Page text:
It is an optical illusion to rival the famous blue or gold dress that flummoxed the world … why do pictures of a new piece of public sculpture in England all look as if they have been clumsily photoshopped?
The giant seventy-five-metre-long Blade was installed in the centre of the city of Hull earlier this year as part of its UK city of culture celebrations. However, the 25-tonne wind turbine blade immediately raised eyebrows when people started to photograph it. As this snap shows, many images of the sculpture look like really awful fakes as if the Blade had been added to the image afterwards.
Now vision science researchers from the University of Lincoln have finally solved the conundrum of the photoshop effect. They found the visual illusion is being cause by the way light is reflecting off the blade and playing havoc with people’s pre-conceived ideas of how it is lit. Effectively, the shape of the Blade is being altered to the human eye and causing confusion.
Daylight hitting it from above produced shading which created an illusion that the blade was a cylinder and that it was being lit from the side rather than above. This, their study showed, reinforced the illusion that the blade is out of place and that images of it have been altered. Professor George Mather said: “I saw pictures of the installation in the media, and at first sight the photographs seemed to be clumsy fakes. Something else seemed to be at work too, at least to my eyes as a vision scientist.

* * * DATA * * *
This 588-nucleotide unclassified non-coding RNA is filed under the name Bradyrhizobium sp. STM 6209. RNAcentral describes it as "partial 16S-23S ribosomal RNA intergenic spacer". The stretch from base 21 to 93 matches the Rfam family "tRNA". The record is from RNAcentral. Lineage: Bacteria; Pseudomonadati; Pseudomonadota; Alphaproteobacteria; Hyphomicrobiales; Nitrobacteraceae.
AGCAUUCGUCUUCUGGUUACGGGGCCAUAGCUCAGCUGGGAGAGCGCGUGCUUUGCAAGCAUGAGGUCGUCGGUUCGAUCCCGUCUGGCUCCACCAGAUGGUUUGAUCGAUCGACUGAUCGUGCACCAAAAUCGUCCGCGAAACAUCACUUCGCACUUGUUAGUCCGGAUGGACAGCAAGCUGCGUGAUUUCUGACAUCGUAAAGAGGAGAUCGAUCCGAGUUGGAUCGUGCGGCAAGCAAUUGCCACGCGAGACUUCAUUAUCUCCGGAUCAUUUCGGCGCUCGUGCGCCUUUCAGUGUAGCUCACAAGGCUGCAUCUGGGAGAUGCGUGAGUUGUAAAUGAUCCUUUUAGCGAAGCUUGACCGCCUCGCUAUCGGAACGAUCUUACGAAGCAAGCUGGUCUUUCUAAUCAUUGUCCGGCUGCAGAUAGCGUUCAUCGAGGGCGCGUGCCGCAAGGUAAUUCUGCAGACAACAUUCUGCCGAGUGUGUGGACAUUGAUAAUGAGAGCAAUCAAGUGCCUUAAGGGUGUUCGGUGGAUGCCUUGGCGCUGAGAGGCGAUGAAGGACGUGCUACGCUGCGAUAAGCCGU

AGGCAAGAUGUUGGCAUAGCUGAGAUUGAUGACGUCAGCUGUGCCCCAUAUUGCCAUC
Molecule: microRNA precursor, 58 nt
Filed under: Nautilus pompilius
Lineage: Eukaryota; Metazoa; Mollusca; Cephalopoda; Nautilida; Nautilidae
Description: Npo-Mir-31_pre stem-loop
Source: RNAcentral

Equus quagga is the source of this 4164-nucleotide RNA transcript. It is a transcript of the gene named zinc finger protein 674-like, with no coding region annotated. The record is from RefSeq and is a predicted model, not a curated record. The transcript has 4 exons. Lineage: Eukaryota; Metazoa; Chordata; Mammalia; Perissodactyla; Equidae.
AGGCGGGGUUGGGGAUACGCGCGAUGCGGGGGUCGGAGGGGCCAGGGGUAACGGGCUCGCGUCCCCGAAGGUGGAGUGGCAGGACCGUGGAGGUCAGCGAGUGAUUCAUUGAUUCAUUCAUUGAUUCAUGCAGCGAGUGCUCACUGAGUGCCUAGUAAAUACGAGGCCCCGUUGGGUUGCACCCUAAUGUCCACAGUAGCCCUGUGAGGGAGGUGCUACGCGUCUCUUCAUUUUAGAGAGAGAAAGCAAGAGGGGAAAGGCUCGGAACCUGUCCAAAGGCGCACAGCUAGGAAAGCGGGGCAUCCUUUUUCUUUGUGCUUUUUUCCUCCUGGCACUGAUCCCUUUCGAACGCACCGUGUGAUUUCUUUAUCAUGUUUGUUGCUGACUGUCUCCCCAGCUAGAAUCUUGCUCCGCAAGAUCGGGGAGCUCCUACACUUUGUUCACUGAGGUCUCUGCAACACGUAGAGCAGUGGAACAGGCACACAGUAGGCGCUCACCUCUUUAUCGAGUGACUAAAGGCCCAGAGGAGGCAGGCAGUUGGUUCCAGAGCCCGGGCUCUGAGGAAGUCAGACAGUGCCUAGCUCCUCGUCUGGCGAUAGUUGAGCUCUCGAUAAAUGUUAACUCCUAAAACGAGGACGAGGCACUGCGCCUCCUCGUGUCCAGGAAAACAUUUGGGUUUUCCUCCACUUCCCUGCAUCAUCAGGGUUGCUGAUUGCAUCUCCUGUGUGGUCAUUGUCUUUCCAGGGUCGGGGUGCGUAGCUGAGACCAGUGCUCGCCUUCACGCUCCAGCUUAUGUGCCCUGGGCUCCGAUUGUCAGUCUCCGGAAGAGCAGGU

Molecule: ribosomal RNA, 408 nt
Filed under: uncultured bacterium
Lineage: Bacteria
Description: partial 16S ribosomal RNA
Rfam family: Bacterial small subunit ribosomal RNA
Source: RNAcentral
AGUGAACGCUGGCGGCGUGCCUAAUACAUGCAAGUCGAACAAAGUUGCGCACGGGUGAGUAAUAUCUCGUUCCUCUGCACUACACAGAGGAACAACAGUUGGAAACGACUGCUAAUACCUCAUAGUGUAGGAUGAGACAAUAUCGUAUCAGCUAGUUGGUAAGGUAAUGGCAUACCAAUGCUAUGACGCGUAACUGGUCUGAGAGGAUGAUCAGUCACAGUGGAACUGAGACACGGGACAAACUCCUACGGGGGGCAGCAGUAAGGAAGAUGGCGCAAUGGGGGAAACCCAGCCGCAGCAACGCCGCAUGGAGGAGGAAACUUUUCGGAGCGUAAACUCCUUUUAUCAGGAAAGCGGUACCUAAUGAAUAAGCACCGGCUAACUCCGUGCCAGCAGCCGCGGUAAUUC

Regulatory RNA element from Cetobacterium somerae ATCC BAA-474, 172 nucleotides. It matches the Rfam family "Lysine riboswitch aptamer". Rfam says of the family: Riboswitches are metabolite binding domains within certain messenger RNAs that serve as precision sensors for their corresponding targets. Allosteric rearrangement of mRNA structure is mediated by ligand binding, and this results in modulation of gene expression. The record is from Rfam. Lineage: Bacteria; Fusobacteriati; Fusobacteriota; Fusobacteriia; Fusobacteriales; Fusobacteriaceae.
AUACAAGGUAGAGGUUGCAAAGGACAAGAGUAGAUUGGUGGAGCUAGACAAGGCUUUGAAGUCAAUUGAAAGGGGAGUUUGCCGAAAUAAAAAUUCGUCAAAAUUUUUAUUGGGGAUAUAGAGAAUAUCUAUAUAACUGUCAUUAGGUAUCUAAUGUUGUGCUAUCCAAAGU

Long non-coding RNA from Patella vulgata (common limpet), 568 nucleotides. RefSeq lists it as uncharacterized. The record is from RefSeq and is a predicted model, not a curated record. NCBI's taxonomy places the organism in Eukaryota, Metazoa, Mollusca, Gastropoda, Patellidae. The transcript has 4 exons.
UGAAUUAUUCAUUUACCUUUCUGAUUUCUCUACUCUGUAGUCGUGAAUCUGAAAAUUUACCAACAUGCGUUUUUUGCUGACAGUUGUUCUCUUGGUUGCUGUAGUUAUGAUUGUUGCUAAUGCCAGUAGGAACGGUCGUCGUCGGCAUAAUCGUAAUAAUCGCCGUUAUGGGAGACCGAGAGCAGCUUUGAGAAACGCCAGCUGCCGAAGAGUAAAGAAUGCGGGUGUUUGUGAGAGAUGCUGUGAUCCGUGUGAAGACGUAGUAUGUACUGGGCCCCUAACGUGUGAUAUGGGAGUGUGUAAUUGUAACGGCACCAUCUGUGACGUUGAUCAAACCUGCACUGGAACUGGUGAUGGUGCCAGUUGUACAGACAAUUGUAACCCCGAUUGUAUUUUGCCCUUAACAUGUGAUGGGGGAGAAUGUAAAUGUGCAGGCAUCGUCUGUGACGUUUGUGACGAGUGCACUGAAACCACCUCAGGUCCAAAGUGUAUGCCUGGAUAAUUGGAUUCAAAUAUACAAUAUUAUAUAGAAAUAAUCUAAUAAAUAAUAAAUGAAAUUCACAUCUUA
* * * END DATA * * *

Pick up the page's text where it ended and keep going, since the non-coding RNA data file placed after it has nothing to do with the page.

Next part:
“The blade appeared to be a cylindrical object, strangely out of keeping with the local environment, lit differently, as though it was superimposed on the scene digitally, but it really was there.” The Blade was made by Siemens and is part of the Look Up exhibition, a programme of temporary artworks in Hull’s public spaces to coincide with the city’s year as UK City of Culture.